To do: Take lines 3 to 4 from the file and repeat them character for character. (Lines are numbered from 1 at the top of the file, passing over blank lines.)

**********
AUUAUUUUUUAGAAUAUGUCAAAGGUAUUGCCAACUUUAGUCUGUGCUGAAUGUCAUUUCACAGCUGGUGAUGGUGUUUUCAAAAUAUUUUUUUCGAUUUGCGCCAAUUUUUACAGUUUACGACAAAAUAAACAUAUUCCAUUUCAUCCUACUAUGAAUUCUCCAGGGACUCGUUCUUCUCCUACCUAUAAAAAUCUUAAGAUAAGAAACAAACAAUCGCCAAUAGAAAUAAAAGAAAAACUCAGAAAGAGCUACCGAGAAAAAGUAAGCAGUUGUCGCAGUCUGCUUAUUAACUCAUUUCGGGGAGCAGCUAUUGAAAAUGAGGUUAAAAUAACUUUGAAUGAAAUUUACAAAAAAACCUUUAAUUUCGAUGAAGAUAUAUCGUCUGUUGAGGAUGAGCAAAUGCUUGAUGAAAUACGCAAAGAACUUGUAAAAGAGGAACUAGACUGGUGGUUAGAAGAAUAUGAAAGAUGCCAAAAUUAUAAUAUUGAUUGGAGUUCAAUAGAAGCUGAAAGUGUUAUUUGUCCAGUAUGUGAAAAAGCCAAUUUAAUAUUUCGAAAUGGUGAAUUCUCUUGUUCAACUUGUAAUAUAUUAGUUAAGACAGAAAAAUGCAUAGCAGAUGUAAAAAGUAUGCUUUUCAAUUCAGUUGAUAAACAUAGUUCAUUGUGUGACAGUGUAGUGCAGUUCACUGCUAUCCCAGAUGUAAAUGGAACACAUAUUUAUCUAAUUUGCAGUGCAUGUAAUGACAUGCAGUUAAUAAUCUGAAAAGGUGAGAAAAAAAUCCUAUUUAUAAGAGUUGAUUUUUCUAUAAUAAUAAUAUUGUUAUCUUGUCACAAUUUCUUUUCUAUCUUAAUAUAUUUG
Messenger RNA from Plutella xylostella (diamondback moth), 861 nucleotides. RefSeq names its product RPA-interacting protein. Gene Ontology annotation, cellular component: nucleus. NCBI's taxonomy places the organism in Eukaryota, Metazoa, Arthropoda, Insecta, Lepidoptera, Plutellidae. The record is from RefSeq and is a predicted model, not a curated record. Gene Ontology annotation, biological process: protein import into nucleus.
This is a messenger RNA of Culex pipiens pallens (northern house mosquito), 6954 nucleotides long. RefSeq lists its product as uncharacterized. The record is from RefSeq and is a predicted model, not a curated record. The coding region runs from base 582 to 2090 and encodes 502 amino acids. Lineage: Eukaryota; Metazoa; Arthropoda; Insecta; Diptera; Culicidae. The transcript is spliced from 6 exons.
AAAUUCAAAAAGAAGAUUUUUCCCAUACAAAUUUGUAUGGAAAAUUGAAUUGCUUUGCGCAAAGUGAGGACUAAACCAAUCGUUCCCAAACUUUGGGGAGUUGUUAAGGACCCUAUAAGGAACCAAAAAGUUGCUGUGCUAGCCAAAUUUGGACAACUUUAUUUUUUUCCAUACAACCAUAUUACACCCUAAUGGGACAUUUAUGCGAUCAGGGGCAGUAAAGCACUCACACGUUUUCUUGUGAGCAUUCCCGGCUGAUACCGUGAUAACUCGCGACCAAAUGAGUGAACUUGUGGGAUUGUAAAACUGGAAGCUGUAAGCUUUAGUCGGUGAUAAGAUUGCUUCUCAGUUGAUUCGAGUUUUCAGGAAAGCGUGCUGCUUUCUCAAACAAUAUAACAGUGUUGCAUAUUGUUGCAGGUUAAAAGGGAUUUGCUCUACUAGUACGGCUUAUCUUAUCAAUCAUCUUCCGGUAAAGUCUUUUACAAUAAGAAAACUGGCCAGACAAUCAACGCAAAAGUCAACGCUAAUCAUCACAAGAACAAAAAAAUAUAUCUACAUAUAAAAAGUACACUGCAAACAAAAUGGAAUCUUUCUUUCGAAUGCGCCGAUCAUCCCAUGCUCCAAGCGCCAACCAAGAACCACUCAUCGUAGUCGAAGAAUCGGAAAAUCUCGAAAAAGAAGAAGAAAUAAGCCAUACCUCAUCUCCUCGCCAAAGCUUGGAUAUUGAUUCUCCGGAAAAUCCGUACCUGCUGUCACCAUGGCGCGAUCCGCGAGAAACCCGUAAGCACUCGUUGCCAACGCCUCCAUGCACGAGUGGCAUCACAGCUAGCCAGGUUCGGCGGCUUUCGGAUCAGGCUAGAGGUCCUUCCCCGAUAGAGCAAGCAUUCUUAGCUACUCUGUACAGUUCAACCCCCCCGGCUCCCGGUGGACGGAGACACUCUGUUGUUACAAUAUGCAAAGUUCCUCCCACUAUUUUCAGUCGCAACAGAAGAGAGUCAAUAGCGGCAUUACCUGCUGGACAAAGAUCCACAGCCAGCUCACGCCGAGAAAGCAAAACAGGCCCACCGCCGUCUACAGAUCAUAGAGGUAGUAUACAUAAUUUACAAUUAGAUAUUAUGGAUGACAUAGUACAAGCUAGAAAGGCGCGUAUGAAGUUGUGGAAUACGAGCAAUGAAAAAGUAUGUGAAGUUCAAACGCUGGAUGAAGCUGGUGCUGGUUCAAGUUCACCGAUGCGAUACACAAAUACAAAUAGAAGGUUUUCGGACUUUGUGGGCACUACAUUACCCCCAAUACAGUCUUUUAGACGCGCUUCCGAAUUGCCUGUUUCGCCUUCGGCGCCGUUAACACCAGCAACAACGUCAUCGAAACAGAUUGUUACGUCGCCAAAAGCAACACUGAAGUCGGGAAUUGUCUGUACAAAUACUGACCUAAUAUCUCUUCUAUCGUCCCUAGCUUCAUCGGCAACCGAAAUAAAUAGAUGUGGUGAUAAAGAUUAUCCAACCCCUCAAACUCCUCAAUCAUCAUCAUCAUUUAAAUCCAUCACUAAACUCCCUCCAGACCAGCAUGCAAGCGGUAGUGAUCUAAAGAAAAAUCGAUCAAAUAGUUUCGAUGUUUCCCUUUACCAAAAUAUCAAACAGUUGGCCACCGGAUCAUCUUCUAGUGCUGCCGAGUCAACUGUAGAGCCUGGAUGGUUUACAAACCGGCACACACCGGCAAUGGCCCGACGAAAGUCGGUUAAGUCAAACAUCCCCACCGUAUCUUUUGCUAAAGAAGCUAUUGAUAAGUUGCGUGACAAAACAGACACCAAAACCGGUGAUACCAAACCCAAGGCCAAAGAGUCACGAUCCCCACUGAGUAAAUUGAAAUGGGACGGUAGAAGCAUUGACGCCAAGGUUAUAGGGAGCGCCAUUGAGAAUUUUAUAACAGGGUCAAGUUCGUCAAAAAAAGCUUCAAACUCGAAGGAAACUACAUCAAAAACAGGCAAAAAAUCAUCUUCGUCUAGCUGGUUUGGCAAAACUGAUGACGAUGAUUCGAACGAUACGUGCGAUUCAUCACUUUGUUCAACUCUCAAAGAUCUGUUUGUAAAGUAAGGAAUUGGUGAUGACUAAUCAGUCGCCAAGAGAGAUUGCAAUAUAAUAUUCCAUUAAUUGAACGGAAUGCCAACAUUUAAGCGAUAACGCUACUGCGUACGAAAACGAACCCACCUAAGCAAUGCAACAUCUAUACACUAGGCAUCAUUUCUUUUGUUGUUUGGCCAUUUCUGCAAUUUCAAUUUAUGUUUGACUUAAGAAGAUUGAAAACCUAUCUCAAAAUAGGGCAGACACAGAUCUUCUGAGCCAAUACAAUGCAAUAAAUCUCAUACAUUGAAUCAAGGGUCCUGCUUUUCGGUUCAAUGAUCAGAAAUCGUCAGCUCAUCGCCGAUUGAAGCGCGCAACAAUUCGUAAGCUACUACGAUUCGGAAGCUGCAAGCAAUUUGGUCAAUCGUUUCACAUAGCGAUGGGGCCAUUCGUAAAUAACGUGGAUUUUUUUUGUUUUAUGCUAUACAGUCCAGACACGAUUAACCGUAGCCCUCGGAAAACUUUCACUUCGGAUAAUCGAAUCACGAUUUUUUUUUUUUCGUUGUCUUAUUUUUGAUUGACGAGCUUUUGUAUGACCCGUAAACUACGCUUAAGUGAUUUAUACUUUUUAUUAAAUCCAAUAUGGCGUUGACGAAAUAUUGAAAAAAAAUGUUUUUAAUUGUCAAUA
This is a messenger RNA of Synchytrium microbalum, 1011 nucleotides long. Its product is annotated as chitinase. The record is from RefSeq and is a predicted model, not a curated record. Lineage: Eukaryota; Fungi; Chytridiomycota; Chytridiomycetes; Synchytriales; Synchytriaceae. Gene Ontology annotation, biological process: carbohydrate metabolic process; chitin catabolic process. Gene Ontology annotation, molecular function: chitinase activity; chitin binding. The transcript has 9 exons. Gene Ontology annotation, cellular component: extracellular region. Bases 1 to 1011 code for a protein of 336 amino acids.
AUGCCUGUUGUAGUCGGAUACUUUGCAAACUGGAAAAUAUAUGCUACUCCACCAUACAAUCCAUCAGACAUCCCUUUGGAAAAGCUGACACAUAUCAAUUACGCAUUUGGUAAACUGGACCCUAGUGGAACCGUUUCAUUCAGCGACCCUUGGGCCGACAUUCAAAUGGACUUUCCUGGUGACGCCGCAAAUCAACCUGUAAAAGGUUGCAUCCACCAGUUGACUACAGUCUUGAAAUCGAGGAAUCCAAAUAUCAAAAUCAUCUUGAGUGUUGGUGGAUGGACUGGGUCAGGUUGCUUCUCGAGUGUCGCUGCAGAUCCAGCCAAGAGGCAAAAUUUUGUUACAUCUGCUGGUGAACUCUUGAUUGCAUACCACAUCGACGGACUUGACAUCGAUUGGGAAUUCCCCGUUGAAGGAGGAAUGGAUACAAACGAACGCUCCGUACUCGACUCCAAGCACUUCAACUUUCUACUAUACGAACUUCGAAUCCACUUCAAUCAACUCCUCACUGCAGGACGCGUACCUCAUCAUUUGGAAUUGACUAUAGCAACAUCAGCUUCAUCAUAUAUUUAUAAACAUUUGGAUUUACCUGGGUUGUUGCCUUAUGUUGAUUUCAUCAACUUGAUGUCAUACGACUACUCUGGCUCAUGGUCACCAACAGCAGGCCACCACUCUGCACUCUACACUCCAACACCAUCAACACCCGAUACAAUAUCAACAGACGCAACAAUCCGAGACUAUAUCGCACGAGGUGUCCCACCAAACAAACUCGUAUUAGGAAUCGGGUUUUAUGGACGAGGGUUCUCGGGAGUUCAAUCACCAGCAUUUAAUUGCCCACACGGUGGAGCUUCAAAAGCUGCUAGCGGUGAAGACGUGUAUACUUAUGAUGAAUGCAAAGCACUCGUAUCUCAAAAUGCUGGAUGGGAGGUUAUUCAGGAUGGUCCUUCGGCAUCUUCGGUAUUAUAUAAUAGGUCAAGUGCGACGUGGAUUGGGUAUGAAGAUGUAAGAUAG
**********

This is a messenger RNA of Culex pipiens pallens (northern house mosquito), 6954 nucleotides long. RefSeq lists its product as uncharacterized. The record is from RefSeq and is a predicted model, not a curated record. The coding region runs from base 582 to 2090 and encodes 502 amino acids. Lineage: Eukaryota; Metazoa; Arthropoda; Insecta; Diptera; Culicidae. The transcript is spliced from 6 exons.
AAAUUCAAAAAGAAGAUUUUUCCCAUACAAAUUUGUAUGGAAAAUUGAAUUGCUUUGCGCAAAGUGAGGACUAAACCAAUCGUUCCCAAACUUUGGGGAGUUGUUAAGGACCCUAUAAGGAACCAAAAAGUUGCUGUGCUAGCCAAAUUUGGACAACUUUAUUUUUUUCCAUACAACCAUAUUACACCCUAAUGGGACAUUUAUGCGAUCAGGGGCAGUAAAGCACUCACACGUUUUCUUGUGAGCAUUCCCGGCUGAUACCGUGAUAACUCGCGACCAAAUGAGUGAACUUGUGGGAUUGUAAAACUGGAAGCUGUAAGCUUUAGUCGGUGAUAAGAUUGCUUCUCAGUUGAUUCGAGUUUUCAGGAAAGCGUGCUGCUUUCUCAAACAAUAUAACAGUGUUGCAUAUUGUUGCAGGUUAAAAGGGAUUUGCUCUACUAGUACGGCUUAUCUUAUCAAUCAUCUUCCGGUAAAGUCUUUUACAAUAAGAAAACUGGCCAGACAAUCAACGCAAAAGUCAACGCUAAUCAUCACAAGAACAAAAAAAUAUAUCUACAUAUAAAAAGUACACUGCAAACAAAAUGGAAUCUUUCUUUCGAAUGCGCCGAUCAUCCCAUGCUCCAAGCGCCAACCAAGAACCACUCAUCGUAGUCGAAGAAUCGGAAAAUCUCGAAAAAGAAGAAGAAAUAAGCCAUACCUCAUCUCCUCGCCAAAGCUUGGAUAUUGAUUCUCCGGAAAAUCCGUACCUGCUGUCACCAUGGCGCGAUCCGCGAGAAACCCGUAAGCACUCGUUGCCAACGCCUCCAUGCACGAGUGGCAUCACAGCUAGCCAGGUUCGGCGGCUUUCGGAUCAGGCUAGAGGUCCUUCCCCGAUAGAGCAAGCAUUCUUAGCUACUCUGUACAGUUCAACCCCCCCGGCUCCCGGUGGACGGAGACACUCUGUUGUUACAAUAUGCAAAGUUCCUCCCACUAUUUUCAGUCGCAACAGAAGAGAGUCAAUAGCGGCAUUACCUGCUGGACAAAGAUCCACAGCCAGCUCACGCCGAGAAAGCAAAACAGGCCCACCGCCGUCUACAGAUCAUAGAGGUAGUAUACAUAAUUUACAAUUAGAUAUUAUGGAUGACAUAGUACAAGCUAGAAAGGCGCGUAUGAAGUUGUGGAAUACGAGCAAUGAAAAAGUAUGUGAAGUUCAAACGCUGGAUGAAGCUGGUGCUGGUUCAAGUUCACCGAUGCGAUACACAAAUACAAAUAGAAGGUUUUCGGACUUUGUGGGCACUACAUUACCCCCAAUACAGUCUUUUAGACGCGCUUCCGAAUUGCCUGUUUCGCCUUCGGCGCCGUUAACACCAGCAACAACGUCAUCGAAACAGAUUGUUACGUCGCCAAAAGCAACACUGAAGUCGGGAAUUGUCUGUACAAAUACUGACCUAAUAUCUCUUCUAUCGUCCCUAGCUUCAUCGGCAACCGAAAUAAAUAGAUGUGGUGAUAAAGAUUAUCCAACCCCUCAAACUCCUCAAUCAUCAUCAUCAUUUAAAUCCAUCACUAAACUCCCUCCAGACCAGCAUGCAAGCGGUAGUGAUCUAAAGAAAAAUCGAUCAAAUAGUUUCGAUGUUUCCCUUUACCAAAAUAUCAAACAGUUGGCCACCGGAUCAUCUUCUAGUGCUGCCGAGUCAACUGUAGAGCCUGGAUGGUUUACAAACCGGCACACACCGGCAAUGGCCCGACGAAAGUCGGUUAAGUCAAACAUCCCCACCGUAUCUUUUGCUAAAGAAGCUAUUGAUAAGUUGCGUGACAAAACAGACACCAAAACCGGUGAUACCAAACCCAAGGCCAAAGAGUCACGAUCCCCACUGAGUAAAUUGAAAUGGGACGGUAGAAGCAUUGACGCCAAGGUUAUAGGGAGCGCCAUUGAGAAUUUUAUAACAGGGUCAAGUUCGUCAAAAAAAGCUUCAAACUCGAAGGAAACUACAUCAAAAACAGGCAAAAAAUCAUCUUCGUCUAGCUGGUUUGGCAAAACUGAUGACGAUGAUUCGAACGAUACGUGCGAUUCAUCACUUUGUUCAACUCUCAAAGAUCUGUUUGUAAAGUAAGGAAUUGGUGAUGACUAAUCAGUCGCCAAGAGAGAUUGCAAUAUAAUAUUCCAUUAAUUGAACGGAAUGCCAACAUUUAAGCGAUAACGCUACUGCGUACGAAAACGAACCCACCUAAGCAAUGCAACAUCUAUACACUAGGCAUCAUUUCUUUUGUUGUUUGGCCAUUUCUGCAAUUUCAAUUUAUGUUUGACUUAAGAAGAUUGAAAACCUAUCUCAAAAUAGGGCAGACACAGAUCUUCUGAGCCAAUACAAUGCAAUAAAUCUCAUACAUUGAAUCAAGGGUCCUGCUUUUCGGUUCAAUGAUCAGAAAUCGUCAGCUCAUCGCCGAUUGAAGCGCGCAACAAUUCGUAAGCUACUACGAUUCGGAAGCUGCAAGCAAUUUGGUCAAUCGUUUCACAUAGCGAUGGGGCCAUUCGUAAAUAACGUGGAUUUUUUUUGUUUUAUGCUAUACAGUCCAGACACGAUUAACCGUAGCCCUCGGAAAACUUUCACUUCGGAUAAUCGAAUCACGAUUUUUUUUUUUUCGUUGUCUUAUUUUUGAUUGACGAGCUUUUGUAUGACCCGUAAACUACGCUUAAGUGAUUUAUACUUUUUAUUAAAUCCAAUAUGGCGUUGACGAAAUAUUGAAAAAAAAUGUUUUUAAUUGUCAAUA